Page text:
Tag Archives: Christmas

Bauble Attrition

Caught in the act: one cat, attempting to stockpile Christmas tree baubles for personal, nefarious use. The war of bauble attrition has begun, and I do not expect to win.

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The First Day of Christmas

Apparently, America has set an official date for the advent of the Christmas season and made sure to inform all relevant parties, including the weather. I woke up this morning to find my dear husband trundling back and forth carrying large boxes and trailing tinsel, while snowflakes flurried from his beard and festive songs blared from the television. Apparently, it is now Yule.

In England, we’re not really sure when Christmas begins. If you ask the supermarkets, they’ll tell you it’s somewhere around May, when there’s empty space on the shelves where the Easter eggs used to be. If you ask the tellybox advertisers, it’s approximately September, when the first twig of holly sneaks into an ad break. If you ask my family, it’s a vague date in mid-December when the panic shopping begins and someone remembers the tree. If you ask me, it’s about December 19, when I suddenly discover I have once again missed the last day of post and won’t be sending any cards. Again.

Consequently, I’ve always found it quite a challenge to get into the Christmas spirit. There’s a tipping point between ‘far too early’ and ‘too late to do things properly’, a single moment when it feels right to have festive feelings. The rest of the time, I’m not entirely sure if it’s Christmas or not – although I do suffer a vague knot of worry throughout December regarding wrapping paper.

In America, on the other hand, Christmas begins as Thanksgiving ends, making the latter holiday a handy indicator for the former. As soon as you’re done shovelling turkey into your mouth, it’s time to send someone out to the garage to fetch the tree and start checking Amazon for gift-giving bargains, while the snow begins to dutifully fall.

This is a regimen I wholeheartedly approve of: I can now schedule my season, confident in the knowledge I haven’t got it wrong. Although I will inevitably still fail to send out Christmas cards in time.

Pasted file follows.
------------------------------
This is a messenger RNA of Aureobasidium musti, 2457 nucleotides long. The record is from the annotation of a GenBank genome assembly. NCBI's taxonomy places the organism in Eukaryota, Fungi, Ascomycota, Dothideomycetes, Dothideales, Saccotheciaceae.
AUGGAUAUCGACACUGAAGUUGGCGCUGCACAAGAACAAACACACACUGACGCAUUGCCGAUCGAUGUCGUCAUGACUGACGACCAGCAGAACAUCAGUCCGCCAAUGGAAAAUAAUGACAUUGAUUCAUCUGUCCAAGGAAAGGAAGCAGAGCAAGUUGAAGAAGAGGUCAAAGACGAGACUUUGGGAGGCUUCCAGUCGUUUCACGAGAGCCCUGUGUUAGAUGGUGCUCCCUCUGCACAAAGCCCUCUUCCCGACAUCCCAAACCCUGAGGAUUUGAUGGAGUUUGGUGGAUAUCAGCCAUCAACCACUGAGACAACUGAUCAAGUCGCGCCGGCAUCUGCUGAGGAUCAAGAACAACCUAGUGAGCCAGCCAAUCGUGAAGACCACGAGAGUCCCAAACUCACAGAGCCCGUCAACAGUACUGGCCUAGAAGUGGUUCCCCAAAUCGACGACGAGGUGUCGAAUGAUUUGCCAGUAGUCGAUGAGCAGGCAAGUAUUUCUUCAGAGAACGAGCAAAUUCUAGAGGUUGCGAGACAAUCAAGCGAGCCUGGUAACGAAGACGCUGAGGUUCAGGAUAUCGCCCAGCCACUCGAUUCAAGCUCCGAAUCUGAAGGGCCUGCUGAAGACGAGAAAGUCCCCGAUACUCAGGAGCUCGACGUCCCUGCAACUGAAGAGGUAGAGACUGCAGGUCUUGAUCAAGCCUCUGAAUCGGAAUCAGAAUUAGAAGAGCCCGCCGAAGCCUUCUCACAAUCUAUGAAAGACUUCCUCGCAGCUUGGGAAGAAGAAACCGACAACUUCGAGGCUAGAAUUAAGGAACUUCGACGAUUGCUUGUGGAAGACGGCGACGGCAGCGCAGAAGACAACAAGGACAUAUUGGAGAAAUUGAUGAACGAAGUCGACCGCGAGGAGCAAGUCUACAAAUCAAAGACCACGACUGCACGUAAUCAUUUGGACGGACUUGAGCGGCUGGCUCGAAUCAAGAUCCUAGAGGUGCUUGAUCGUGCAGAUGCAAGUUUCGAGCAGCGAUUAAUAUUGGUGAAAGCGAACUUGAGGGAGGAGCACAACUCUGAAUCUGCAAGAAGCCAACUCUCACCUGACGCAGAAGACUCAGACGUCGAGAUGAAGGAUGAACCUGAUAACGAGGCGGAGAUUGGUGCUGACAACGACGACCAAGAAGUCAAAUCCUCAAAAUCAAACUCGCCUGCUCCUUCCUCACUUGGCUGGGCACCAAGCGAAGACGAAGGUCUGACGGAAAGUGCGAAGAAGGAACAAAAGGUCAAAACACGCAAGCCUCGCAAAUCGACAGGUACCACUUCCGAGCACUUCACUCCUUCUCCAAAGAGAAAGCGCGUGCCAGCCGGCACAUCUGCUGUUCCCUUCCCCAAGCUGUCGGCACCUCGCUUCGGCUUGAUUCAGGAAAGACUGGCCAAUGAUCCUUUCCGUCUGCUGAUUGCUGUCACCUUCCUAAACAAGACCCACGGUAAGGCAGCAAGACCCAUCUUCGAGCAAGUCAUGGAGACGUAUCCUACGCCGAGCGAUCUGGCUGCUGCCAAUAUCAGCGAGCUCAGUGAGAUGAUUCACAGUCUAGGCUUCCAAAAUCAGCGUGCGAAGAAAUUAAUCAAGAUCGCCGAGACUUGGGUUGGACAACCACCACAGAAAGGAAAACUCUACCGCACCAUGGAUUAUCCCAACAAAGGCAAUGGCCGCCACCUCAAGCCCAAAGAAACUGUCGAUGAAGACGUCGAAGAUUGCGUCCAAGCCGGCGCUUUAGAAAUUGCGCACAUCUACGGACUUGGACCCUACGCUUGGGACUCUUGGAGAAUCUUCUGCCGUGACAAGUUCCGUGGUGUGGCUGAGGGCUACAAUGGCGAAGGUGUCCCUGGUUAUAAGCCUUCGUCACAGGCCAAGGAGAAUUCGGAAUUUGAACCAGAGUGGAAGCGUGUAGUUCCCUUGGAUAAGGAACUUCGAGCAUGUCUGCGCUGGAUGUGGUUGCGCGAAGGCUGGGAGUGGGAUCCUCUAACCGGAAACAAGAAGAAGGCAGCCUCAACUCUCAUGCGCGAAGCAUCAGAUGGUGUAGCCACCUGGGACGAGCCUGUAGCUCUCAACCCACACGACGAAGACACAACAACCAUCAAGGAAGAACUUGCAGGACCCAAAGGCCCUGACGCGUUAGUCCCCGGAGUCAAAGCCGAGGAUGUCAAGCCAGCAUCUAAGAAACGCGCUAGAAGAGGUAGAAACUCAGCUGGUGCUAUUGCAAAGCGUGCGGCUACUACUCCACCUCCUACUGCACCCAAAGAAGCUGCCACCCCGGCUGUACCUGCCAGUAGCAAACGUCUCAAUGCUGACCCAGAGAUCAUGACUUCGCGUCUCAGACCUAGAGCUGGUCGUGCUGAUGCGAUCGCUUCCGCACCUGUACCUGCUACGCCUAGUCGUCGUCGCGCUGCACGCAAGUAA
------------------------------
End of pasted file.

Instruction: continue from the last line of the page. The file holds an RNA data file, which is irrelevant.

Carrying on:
It also gives the cat a full month to steal all the baubles, a challenge she accepted less than a minute after the tree was finished.


Haphazard Holidays: Part 1

Hubby said he wanted an ugly tree this year, because he doesn’t like perfectly formed and coordinated ones. As it will be our very first Christmas together, we didn’t have many decorations anyway, so I thought I might be able to foil him by collecting matching baubles and tinsel in lovely silvers and reds (and goodness me is Walmart a haven of inexpensive glitter). You can’t get that random with only two colours to work with, I thought.

We also decided to borrow and adapt an idea from my aunt and uncle, who buy a tree decoration on every trip they take so that, when they put the tree up, they’re reminded of their happiest times. We thought it might be nice to extend this to all memorable occasions, so our first special decoration is a heart in which a photo can be placed, with the text “Our first Christmas together, 2010”. Nice and specific, that. I’ve never seen its like in England – perhaps we’re too stiff upper lipped for our own festive good.

Mum-in-law very kindly donated us a tree, which was promptly erected in the corner of the room and attacked by the cat. As with all trees, fake or otherwise, little bits of it like to fall off when you’re not looking; every so often I see a ball of fur trot by in pursuit of a twig.

So far, so good. And then Hubby brought out his box of sentimental decorations (which included the Tasmanian Devil in a police car) and an unnecessarily long string of lights in every colour imaginable, and bang went my colour scheme.

Not to worry, I thought to myself, rather gamely. If I’m quick about it, I’ll get some of this stuff up neatly before he can stick it all on one branch. What I forgot, unfortunately, is that I’m not the most presentable of decorators at the best of times and “haphazard” is ultimately my only doable design scheme.

And so, at the end of it, I think it’s safe to say Hubby got his wish. Unlike the dog, who (understandably) bloody hates Christmas.